“There is a four time increase of transmission happening in the community notwithstanding that those schools are right at the heart of those neighbourhoods.”
He said the disparity indicates that there is “something right happening” when it comes to the “layers of prevention” occurring in the public school system.
“The fact that hundreds of students and staff have gotten tested in this school in conjunction with the local public health unit, I think underscores that the plan in place is working hard to mitigate any further spread,” Lecce said.
“This morning, including the data points from Thorncliffe, 99.9 per cent of Ontario students are COVID-free and that continues to underscore the importance of following public health advice and it really I think demonstrates the importance of keeping schools open, which is our plan for 2021.”
Roughly 14 per cent of the province’s 4,828 publicly funded schools have at least one reported case of COVID-19 and at least four schools are currently closed as a result of outbreaks of the disease.
Province changed testing guidelines last week
Just last week, the province adjusted its COVID-19 testing guidance for school staff and students in Toronto, York Region, Peel Region and Ottawa to allow voluntary asymptomatic testing.
The province also offered school boards in the regions an additional $35 million to strengthen public health measures.
The testing pilot, which is in place for four weeks, was implemented to better track how the virus is spreading in and around schools.
Since late September, Ontario’s assessment centres would not test asymptomatic people unless they were linked to a known case.
The NDP called the funding and four-week testing program a “half-measure.”
“Some students in some regions may be able to get tests. According to the government, the location and method for testing will vary between regions and cities, regions will have to develop their own plan,” the NDP said in a news release last week.
“Ford’s still trying to cheap out on testing students, teachers and staff, and that’s not good enough.”
Infectious diseases specialist Dr. Abdu Sharkawy said he believes the discovery at Thorncliffe Park Public School is an imporant one.
“We know that children tend to be minimally, if not symptomatic at all, but they appear to be quite good at spreading this,” he told CP24 on Monday.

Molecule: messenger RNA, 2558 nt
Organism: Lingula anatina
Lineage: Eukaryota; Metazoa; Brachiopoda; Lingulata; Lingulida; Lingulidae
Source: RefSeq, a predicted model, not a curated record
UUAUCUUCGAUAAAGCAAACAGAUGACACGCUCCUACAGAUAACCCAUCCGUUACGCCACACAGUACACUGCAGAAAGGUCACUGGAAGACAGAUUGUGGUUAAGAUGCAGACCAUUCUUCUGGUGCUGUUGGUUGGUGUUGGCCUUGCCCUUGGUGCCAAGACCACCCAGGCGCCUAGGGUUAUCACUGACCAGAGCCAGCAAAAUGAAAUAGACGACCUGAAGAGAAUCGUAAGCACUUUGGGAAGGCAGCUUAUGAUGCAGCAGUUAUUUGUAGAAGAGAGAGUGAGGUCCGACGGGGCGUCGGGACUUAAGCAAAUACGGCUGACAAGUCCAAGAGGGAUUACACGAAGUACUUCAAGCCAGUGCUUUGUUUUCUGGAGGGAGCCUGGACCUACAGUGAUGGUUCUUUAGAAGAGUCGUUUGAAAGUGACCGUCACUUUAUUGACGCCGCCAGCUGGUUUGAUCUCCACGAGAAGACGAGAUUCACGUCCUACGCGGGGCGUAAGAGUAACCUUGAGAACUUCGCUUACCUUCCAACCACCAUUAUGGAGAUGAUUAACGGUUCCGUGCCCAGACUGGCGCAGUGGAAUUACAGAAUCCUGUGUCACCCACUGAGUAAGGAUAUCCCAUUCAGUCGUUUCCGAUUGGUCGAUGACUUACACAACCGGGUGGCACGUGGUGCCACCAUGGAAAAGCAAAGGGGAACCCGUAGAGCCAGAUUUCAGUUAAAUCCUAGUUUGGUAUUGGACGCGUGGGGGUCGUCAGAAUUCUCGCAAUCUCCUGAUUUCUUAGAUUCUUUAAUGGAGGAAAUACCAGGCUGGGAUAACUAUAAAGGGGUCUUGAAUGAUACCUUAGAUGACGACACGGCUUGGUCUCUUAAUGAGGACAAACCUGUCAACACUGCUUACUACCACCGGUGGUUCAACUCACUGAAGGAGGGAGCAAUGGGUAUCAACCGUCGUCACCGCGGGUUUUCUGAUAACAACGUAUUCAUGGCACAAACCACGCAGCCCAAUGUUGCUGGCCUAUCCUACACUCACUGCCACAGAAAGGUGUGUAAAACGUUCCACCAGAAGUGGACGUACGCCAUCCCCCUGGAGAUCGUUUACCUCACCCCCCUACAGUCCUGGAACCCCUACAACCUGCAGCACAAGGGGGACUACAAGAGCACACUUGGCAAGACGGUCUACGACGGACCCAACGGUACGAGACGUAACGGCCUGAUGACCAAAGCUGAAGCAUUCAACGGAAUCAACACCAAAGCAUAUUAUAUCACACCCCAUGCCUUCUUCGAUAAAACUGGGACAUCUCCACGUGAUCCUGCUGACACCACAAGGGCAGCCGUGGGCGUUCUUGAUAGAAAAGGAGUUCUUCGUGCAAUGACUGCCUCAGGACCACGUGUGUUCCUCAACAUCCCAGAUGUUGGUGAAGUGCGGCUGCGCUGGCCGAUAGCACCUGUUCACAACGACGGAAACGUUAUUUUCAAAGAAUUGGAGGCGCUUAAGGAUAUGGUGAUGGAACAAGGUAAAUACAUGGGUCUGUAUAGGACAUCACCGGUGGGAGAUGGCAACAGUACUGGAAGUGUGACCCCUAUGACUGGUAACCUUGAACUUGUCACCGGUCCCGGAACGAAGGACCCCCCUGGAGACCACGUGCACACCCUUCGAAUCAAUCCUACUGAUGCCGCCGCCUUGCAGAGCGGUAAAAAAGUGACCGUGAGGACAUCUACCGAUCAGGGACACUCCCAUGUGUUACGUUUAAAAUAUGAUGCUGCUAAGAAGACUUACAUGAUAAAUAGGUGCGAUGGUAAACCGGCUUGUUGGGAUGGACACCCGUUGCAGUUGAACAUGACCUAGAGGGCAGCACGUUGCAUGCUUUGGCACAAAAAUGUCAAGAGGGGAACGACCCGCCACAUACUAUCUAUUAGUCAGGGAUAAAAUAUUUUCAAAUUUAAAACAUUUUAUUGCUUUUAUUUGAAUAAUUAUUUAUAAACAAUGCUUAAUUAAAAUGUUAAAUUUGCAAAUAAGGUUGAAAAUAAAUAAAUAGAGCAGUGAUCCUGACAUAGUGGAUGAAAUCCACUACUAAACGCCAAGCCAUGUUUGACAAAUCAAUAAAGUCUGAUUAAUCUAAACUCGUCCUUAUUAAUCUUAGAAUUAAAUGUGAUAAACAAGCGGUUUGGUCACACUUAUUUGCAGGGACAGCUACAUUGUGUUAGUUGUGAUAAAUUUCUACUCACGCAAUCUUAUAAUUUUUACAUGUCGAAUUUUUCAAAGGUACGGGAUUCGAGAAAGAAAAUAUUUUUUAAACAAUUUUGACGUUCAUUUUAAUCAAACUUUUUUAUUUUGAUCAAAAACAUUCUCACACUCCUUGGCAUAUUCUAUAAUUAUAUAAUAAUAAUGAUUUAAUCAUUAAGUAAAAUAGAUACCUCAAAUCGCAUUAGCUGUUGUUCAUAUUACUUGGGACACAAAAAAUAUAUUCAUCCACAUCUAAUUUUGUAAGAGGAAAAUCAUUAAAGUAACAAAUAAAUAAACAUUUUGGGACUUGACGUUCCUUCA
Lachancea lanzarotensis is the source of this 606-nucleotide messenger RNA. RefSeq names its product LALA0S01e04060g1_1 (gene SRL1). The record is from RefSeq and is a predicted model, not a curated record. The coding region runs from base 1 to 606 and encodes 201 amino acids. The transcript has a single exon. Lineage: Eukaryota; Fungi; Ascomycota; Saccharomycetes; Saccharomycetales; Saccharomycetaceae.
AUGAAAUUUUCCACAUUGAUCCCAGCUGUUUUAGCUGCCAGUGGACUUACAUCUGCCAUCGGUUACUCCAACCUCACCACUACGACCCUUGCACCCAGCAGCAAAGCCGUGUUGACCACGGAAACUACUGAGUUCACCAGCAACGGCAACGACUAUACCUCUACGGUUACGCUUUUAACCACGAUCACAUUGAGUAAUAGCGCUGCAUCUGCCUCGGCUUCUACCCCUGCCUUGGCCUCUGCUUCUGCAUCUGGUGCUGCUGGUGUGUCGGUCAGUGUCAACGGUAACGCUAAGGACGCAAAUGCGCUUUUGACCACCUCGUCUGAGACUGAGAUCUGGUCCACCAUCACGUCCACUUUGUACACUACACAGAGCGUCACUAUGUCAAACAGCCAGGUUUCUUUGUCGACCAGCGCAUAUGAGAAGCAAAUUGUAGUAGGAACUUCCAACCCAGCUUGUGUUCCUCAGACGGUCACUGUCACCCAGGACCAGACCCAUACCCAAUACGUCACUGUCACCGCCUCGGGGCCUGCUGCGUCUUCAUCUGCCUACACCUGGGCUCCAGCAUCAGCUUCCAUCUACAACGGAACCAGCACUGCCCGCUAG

“So we need to be quite aware of whether or not there is any asymptomatic signal within our younger children to prevent that from spreading to others in a multi-generational household or others who are certainly going to be at a higher risk if they acquire COVID-19 and become a lot sicker.”
Sharkawy said he hopes the province continues to expand asymptomatic testing in schools.
“There are a lot of asymptomatic people out there who are infected with this virus and unfortunately until we ramp up our testing capacity and ideally target areas that appear to be harder hit, we won’t really know the extent of the disease that’s out there,” he told CP24 on Monday.
“I think that this was actually an important finding. I don’t think it is one that should create too much alarm amongst people sending their children to school but I hope it is a pilot program that will catch on, especially in other areas that are hard hit.”
Ontario urged to expand COVID testing in schools in wake of 'scary' results at Thorncliffe Park – Toronto Star
Ontario is being urged to expand testing of staff and students — especially in hot spots — after the first site in Toronto uncovered some 19 cases at one elementary school.
“When it comes to our schools and the safety of our students … we need a robust, fully staffed in-school testing program,” said New Democrat MPP Marit Stiles, her party’s education critic and a former trustee for the Toronto District School Board.